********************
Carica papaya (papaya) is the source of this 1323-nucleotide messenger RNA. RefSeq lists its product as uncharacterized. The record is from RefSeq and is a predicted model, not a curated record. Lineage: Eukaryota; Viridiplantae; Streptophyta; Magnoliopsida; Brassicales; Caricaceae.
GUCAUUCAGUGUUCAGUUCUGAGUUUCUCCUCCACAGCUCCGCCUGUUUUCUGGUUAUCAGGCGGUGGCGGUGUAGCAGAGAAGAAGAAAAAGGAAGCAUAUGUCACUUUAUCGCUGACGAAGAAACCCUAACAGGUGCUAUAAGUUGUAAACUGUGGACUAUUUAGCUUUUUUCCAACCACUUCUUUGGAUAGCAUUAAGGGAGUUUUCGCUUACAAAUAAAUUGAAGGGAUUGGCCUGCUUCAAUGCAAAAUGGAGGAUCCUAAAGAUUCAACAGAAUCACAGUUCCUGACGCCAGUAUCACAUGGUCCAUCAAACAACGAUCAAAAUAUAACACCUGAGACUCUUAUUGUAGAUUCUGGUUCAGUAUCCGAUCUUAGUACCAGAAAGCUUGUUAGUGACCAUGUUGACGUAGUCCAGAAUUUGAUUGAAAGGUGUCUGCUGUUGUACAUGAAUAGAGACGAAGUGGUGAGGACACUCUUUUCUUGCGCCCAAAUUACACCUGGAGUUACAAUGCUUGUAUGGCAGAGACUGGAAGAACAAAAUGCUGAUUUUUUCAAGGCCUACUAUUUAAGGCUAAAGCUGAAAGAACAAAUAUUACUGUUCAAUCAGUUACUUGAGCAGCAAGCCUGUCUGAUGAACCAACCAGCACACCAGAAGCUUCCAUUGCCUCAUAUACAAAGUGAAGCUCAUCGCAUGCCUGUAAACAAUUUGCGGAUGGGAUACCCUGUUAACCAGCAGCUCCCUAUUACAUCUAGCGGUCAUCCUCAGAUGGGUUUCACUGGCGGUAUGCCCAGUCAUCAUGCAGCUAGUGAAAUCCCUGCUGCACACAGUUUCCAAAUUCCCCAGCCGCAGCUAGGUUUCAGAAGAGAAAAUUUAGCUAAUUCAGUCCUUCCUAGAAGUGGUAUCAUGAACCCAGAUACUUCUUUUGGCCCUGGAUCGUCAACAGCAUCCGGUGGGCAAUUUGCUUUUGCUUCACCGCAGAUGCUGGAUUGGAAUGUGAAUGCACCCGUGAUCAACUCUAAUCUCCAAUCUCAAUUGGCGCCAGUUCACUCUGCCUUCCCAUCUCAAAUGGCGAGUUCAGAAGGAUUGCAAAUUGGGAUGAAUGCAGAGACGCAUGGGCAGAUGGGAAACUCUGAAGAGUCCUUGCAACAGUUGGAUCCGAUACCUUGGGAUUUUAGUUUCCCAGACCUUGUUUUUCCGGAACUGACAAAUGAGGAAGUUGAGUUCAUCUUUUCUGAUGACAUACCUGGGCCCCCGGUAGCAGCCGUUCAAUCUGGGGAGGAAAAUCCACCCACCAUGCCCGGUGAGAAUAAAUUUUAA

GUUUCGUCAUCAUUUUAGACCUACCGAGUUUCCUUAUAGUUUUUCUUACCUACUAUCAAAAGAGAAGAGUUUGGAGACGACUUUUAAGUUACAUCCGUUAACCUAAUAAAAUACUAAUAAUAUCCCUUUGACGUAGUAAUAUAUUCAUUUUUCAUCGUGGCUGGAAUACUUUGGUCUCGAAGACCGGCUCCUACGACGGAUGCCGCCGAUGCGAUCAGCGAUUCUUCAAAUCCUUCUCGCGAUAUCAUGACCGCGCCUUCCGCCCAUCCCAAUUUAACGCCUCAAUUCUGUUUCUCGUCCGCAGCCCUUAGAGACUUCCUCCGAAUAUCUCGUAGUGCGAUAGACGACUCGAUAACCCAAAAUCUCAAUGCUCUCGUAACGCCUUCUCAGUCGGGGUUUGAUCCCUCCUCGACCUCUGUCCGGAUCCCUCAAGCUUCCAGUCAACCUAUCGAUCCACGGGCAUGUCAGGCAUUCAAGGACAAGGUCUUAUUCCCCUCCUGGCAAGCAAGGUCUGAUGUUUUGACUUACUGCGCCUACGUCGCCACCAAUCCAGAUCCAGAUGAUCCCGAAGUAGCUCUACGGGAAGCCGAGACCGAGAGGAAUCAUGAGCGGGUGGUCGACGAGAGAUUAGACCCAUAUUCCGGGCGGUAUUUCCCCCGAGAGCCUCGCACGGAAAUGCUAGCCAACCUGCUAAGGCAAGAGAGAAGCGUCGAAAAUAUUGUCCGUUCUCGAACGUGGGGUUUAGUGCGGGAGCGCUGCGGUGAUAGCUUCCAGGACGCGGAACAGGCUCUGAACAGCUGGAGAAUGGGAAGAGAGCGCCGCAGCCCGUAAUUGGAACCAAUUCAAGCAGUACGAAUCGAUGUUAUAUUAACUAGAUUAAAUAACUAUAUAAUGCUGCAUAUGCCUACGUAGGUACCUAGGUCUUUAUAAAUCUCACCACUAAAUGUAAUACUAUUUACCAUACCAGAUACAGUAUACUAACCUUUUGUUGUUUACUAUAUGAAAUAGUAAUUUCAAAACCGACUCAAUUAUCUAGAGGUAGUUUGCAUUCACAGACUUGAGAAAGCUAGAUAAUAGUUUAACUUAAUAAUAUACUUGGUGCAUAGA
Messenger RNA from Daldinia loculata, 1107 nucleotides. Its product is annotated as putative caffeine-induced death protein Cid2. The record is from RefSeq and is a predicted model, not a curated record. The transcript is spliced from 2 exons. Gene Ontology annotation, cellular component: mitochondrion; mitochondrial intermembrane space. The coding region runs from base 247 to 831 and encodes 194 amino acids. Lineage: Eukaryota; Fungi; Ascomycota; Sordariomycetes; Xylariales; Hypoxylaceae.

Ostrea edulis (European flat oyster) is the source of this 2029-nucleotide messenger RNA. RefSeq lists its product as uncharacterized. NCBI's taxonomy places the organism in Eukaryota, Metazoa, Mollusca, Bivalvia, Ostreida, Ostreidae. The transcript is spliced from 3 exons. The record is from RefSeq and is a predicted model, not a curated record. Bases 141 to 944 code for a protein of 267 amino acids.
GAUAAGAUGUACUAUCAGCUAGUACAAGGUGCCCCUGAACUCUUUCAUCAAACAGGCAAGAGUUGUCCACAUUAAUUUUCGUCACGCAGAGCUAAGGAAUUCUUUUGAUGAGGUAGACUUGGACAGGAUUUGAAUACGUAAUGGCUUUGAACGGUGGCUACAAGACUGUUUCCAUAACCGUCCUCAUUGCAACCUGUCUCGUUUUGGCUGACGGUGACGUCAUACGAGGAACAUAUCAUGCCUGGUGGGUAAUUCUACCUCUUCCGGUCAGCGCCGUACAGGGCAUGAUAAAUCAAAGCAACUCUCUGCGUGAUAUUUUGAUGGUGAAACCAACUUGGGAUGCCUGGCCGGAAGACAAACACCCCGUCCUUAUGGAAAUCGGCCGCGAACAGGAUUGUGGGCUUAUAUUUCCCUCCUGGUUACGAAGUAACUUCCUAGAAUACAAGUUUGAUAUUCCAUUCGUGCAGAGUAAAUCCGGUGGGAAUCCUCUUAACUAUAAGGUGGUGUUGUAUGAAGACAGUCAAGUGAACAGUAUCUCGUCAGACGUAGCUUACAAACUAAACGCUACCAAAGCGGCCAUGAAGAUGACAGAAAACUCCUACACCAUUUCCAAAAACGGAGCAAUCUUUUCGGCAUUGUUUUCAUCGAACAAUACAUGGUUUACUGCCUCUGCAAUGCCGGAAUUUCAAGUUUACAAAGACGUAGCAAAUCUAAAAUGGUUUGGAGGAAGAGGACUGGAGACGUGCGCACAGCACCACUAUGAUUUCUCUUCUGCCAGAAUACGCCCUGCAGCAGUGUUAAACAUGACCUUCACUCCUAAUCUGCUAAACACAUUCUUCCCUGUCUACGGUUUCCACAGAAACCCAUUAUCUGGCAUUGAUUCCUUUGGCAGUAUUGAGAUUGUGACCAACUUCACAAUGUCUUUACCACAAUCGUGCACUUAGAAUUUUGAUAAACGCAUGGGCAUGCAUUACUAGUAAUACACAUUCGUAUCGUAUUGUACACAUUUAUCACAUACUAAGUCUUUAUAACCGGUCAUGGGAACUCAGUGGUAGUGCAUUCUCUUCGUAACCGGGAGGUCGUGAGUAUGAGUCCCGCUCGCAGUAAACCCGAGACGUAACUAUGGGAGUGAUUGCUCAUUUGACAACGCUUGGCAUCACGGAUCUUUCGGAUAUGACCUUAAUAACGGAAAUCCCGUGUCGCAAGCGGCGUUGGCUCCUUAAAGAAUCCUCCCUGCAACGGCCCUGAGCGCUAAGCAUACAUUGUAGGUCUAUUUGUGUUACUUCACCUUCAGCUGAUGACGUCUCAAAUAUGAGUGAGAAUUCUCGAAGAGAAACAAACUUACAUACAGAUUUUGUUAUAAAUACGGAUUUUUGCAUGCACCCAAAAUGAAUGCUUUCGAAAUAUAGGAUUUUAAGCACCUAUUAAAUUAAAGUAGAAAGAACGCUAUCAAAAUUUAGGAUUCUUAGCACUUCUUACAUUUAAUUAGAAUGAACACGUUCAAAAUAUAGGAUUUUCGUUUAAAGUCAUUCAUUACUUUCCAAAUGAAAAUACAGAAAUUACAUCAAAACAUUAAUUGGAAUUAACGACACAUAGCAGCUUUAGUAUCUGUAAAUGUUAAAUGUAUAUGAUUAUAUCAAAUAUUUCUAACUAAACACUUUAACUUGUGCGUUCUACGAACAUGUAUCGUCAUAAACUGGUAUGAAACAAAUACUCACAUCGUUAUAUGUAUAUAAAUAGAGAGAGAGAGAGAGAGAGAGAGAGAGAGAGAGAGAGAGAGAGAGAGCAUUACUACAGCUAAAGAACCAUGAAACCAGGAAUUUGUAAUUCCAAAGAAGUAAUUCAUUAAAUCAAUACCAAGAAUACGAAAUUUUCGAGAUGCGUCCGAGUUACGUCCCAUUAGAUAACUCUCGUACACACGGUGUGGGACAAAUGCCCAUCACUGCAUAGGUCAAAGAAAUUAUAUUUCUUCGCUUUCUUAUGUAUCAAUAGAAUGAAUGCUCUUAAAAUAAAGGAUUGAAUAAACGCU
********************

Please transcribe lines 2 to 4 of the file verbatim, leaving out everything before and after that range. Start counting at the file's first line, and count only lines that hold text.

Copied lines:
GUCAUUCAGUGUUCAGUUCUGAGUUUCUCCUCCACAGCUCCGCCUGUUUUCUGGUUAUCAGGCGGUGGCGGUGUAGCAGAGAAGAAGAAAAAGGAAGCAUAUGUCACUUUAUCGCUGACGAAGAAACCCUAACAGGUGCUAUAAGUUGUAAACUGUGGACUAUUUAGCUUUUUUCCAACCACUUCUUUGGAUAGCAUUAAGGGAGUUUUCGCUUACAAAUAAAUUGAAGGGAUUGGCCUGCUUCAAUGCAAAAUGGAGGAUCCUAAAGAUUCAACAGAAUCACAGUUCCUGACGCCAGUAUCACAUGGUCCAUCAAACAACGAUCAAAAUAUAACACCUGAGACUCUUAUUGUAGAUUCUGGUUCAGUAUCCGAUCUUAGUACCAGAAAGCUUGUUAGUGACCAUGUUGACGUAGUCCAGAAUUUGAUUGAAAGGUGUCUGCUGUUGUACAUGAAUAGAGACGAAGUGGUGAGGACACUCUUUUCUUGCGCCCAAAUUACACCUGGAGUUACAAUGCUUGUAUGGCAGAGACUGGAAGAACAAAAUGCUGAUUUUUUCAAGGCCUACUAUUUAAGGCUAAAGCUGAAAGAACAAAUAUUACUGUUCAAUCAGUUACUUGAGCAGCAAGCCUGUCUGAUGAACCAACCAGCACACCAGAAGCUUCCAUUGCCUCAUAUACAAAGUGAAGCUCAUCGCAUGCCUGUAAACAAUUUGCGGAUGGGAUACCCUGUUAACCAGCAGCUCCCUAUUACAUCUAGCGGUCAUCCUCAGAUGGGUUUCACUGGCGGUAUGCCCAGUCAUCAUGCAGCUAGUGAAAUCCCUGCUGCACACAGUUUCCAAAUUCCCCAGCCGCAGCUAGGUUUCAGAAGAGAAAAUUUAGCUAAUUCAGUCCUUCCUAGAAGUGGUAUCAUGAACCCAGAUACUUCUUUUGGCCCUGGAUCGUCAACAGCAUCCGGUGGGCAAUUUGCUUUUGCUUCACCGCAGAUGCUGGAUUGGAAUGUGAAUGCACCCGUGAUCAACUCUAAUCUCCAAUCUCAAUUGGCGCCAGUUCACUCUGCCUUCCCAUCUCAAAUGGCGAGUUCAGAAGGAUUGCAAAUUGGGAUGAAUGCAGAGACGCAUGGGCAGAUGGGAAACUCUGAAGAGUCCUUGCAACAGUUGGAUCCGAUACCUUGGGAUUUUAGUUUCCCAGACCUUGUUUUUCCGGAACUGACAAAUGAGGAAGUUGAGUUCAUCUUUUCUGAUGACAUACCUGGGCCCCCGGUAGCAGCCGUUCAAUCUGGGGAGGAAAAUCCACCCACCAUGCCCGGUGAGAAUAAAUUUUAA

GUUUCGUCAUCAUUUUAGACCUACCGAGUUUCCUUAUAGUUUUUCUUACCUACUAUCAAAAGAGAAGAGUUUGGAGACGACUUUUAAGUUACAUCCGUUAACCUAAUAAAAUACUAAUAAUAUCCCUUUGACGUAGUAAUAUAUUCAUUUUUCAUCGUGGCUGGAAUACUUUGGUCUCGAAGACCGGCUCCUACGACGGAUGCCGCCGAUGCGAUCAGCGAUUCUUCAAAUCCUUCUCGCGAUAUCAUGACCGCGCCUUCCGCCCAUCCCAAUUUAACGCCUCAAUUCUGUUUCUCGUCCGCAGCCCUUAGAGACUUCCUCCGAAUAUCUCGUAGUGCGAUAGACGACUCGAUAACCCAAAAUCUCAAUGCUCUCGUAACGCCUUCUCAGUCGGGGUUUGAUCCCUCCUCGACCUCUGUCCGGAUCCCUCAAGCUUCCAGUCAACCUAUCGAUCCACGGGCAUGUCAGGCAUUCAAGGACAAGGUCUUAUUCCCCUCCUGGCAAGCAAGGUCUGAUGUUUUGACUUACUGCGCCUACGUCGCCACCAAUCCAGAUCCAGAUGAUCCCGAAGUAGCUCUACGGGAAGCCGAGACCGAGAGGAAUCAUGAGCGGGUGGUCGACGAGAGAUUAGACCCAUAUUCCGGGCGGUAUUUCCCCCGAGAGCCUCGCACGGAAAUGCUAGCCAACCUGCUAAGGCAAGAGAGAAGCGUCGAAAAUAUUGUCCGUUCUCGAACGUGGGGUUUAGUGCGGGAGCGCUGCGGUGAUAGCUUCCAGGACGCGGAACAGGCUCUGAACAGCUGGAGAAUGGGAAGAGAGCGCCGCAGCCCGUAAUUGGAACCAAUUCAAGCAGUACGAAUCGAUGUUAUAUUAACUAGAUUAAAUAACUAUAUAAUGCUGCAUAUGCCUACGUAGGUACCUAGGUCUUUAUAAAUCUCACCACUAAAUGUAAUACUAUUUACCAUACCAGAUACAGUAUACUAACCUUUUGUUGUUUACUAUAUGAAAUAGUAAUUUCAAAACCGACUCAAUUAUCUAGAGGUAGUUUGCAUUCACAGACUUGAGAAAGCUAGAUAAUAGUUUAACUUAAUAAUAUACUUGGUGCAUAGA
Messenger RNA from Daldinia loculata, 1107 nucleotides. Its product is annotated as putative caffeine-induced death protein Cid2. The record is from RefSeq and is a predicted model, not a curated record. The transcript is spliced from 2 exons. Gene Ontology annotation, cellular component: mitochondrion; mitochondrial intermembrane space. The coding region runs from base 247 to 831 and encodes 194 amino acids. Lineage: Eukaryota; Fungi; Ascomycota; Sordariomycetes; Xylariales; Hypoxylaceae.